Greenhouse gas-eating bacteria discovered deep in subglacial Antarctic lake
Methane-eating bacteria have been discovered some 800 meters (2,600ft) beneath the surface of the Antarctic ice sheet, in a discovery which could have a big impact on preventing global warming.
The bacteria were discovered in the subglacial Lake Whillans, a 60 sq km body of water deep beneath the surface of Antarctica.
The lake has been isolated from direct contact with the atmosphere for thousands of years and scientists previously thought it was inhospitable to life.
Researchers drilled through the ice sheet to reach the lake as part of the Whillans Ice Stream Subglacial Access Research Drilling (WISSARD) project, funded by the National Science Foundation.
The study, published in Nature Geoscience, was carried out by researchers from Montana State University, Louisiana State University and Aberystwyth University in Wales.
Analyses of the bacteria retrieved from Lake Whillans revealed that the tiny microbes gain energy from consuming methane. The were also found to consume nearly 99 percent of the gas released into the lake.
It was found that the bacteria chemically converts the subglacial gas in a way that reduces its potential to harm Earth’s atmosphere.
The bacteria could have a big impact on a warming world by preventing methane from seeping into the atmosphere when ice sheets melt, said Brent Christner, a University of Florida microbiologist and co-author on the study.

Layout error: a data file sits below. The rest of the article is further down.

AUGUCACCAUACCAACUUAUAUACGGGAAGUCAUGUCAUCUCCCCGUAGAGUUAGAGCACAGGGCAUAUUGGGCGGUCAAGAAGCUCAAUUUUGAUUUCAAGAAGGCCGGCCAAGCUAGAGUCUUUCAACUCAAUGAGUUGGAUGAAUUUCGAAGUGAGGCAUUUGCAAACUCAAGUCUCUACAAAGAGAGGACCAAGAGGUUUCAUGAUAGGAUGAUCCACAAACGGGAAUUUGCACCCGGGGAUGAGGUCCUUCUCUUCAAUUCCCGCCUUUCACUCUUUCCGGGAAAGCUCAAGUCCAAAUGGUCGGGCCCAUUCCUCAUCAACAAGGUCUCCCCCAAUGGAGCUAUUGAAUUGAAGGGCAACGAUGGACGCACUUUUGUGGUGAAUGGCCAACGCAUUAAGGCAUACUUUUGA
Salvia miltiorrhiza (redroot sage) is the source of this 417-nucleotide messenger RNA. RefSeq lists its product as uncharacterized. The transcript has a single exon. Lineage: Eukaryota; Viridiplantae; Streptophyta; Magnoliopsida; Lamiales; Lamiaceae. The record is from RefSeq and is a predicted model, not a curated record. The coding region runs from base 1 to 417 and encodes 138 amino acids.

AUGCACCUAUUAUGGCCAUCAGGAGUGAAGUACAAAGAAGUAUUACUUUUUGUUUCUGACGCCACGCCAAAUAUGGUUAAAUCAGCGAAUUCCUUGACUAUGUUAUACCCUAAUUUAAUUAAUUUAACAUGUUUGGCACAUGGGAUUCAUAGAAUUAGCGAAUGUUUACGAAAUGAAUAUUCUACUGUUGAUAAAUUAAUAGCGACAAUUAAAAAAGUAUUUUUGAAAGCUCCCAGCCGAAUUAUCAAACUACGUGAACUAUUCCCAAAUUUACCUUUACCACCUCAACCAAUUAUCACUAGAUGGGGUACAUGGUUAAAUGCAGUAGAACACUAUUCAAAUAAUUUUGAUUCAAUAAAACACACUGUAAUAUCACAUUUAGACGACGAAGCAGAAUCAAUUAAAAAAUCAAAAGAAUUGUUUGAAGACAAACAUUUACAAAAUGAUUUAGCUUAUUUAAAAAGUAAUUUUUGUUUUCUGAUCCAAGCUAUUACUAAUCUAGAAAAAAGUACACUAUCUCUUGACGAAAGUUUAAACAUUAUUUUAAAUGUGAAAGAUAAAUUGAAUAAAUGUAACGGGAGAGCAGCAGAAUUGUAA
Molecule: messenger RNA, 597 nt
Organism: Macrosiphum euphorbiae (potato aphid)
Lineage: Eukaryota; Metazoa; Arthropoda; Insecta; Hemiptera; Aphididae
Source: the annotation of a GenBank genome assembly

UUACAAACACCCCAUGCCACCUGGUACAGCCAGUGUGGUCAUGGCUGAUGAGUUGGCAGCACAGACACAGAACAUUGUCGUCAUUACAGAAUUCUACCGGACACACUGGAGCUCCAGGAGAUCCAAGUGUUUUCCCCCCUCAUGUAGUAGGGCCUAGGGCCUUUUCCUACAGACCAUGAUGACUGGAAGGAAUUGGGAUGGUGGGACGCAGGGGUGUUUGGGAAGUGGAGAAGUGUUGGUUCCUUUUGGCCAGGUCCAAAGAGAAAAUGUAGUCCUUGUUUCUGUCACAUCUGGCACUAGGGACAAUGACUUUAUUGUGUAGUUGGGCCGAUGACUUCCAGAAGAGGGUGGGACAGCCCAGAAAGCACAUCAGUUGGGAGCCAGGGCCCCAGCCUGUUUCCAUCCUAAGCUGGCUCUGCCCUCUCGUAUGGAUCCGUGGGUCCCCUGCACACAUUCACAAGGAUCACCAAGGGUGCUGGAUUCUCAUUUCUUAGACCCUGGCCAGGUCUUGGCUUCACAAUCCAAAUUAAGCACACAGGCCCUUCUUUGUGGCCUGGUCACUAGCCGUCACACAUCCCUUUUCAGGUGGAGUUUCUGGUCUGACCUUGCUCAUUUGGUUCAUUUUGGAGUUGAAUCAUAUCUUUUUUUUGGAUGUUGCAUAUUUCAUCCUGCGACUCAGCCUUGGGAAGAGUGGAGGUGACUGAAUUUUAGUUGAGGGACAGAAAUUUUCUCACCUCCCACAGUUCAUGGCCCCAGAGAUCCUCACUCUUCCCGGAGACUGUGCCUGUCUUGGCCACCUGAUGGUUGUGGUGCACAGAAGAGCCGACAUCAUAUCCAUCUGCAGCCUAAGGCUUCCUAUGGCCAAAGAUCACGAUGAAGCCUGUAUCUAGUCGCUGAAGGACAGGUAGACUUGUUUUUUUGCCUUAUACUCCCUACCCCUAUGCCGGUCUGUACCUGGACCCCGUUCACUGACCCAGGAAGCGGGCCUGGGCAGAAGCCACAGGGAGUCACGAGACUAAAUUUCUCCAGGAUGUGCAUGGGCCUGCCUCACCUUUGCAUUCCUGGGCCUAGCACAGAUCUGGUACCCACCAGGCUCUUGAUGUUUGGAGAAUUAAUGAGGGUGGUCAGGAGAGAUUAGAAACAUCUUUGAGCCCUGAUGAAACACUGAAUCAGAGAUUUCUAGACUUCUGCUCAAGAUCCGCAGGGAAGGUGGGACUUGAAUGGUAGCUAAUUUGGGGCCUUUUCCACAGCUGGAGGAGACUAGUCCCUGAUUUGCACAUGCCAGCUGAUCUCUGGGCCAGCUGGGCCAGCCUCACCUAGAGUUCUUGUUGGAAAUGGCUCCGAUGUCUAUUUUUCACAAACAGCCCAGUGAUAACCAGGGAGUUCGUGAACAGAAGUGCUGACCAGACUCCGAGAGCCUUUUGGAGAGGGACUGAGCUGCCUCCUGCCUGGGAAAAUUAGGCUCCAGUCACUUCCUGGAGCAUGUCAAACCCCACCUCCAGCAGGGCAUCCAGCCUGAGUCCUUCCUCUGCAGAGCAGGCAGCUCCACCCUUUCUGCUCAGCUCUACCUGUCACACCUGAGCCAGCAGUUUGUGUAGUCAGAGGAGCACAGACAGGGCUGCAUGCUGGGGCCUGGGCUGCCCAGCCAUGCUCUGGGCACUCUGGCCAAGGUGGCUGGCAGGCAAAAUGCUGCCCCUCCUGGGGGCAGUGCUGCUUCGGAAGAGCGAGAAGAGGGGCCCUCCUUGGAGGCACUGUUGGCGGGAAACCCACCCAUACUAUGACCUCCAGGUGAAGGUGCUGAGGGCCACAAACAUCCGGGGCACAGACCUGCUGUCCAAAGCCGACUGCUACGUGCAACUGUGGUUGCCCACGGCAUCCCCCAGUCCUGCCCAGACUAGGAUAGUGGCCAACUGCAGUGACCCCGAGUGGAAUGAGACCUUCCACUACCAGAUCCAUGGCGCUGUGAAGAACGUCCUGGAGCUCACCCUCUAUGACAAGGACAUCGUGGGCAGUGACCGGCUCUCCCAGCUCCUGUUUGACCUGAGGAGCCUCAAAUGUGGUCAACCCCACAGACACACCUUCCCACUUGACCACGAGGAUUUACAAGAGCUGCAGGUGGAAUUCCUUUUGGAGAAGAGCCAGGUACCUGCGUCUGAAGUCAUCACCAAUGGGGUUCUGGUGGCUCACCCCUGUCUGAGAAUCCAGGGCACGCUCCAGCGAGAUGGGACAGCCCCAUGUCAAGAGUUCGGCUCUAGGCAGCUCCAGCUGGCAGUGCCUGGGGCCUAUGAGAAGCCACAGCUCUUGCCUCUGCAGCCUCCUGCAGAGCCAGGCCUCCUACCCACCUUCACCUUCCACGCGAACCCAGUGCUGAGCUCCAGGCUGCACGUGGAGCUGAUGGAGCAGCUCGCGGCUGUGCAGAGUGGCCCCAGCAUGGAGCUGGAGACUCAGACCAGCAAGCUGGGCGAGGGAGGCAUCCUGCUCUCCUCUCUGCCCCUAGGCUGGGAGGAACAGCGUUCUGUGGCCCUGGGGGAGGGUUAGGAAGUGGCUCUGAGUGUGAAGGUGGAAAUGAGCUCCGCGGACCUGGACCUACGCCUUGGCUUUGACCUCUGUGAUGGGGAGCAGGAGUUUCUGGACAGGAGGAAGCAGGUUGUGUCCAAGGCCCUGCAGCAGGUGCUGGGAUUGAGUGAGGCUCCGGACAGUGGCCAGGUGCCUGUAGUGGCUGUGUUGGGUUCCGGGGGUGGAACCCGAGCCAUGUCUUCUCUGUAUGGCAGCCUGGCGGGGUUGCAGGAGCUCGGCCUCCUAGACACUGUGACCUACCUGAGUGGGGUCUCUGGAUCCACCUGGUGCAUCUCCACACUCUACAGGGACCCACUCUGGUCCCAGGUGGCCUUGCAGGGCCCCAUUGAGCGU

“This is an environment that most people look at and don't think it could ever really directly impact us,” Christner said. “But this is a process that could have climatic implications.”
Scientists researching global warming are particularly wary of methane because it has a greenhouse effect that is 30 times that of carbon dioxide.
“There's been a lot of concern about the amount of methane that's beneath these ice sheets because we don't know exactly what's going to happen to it,” Christner said.
The study found that Lake Whillans contains large amounts of methane. Melting Antarctic ice sheets may release the trapped gases stored in these underground lake reservoirs.
The study findings suggests that the microbes may play a critical role in reducing the quantity of methane released into the atmosphere as ice sheets melt.
The scientists say that if their analysis is correct, it could mean that a large reservoir of methane thought to lie under the vast West Antarctic Ice Sheet is less likely to be released into the atmosphere.
Future studies are planned to assess whether the process is taking place in subglacial lakes across Antarctica.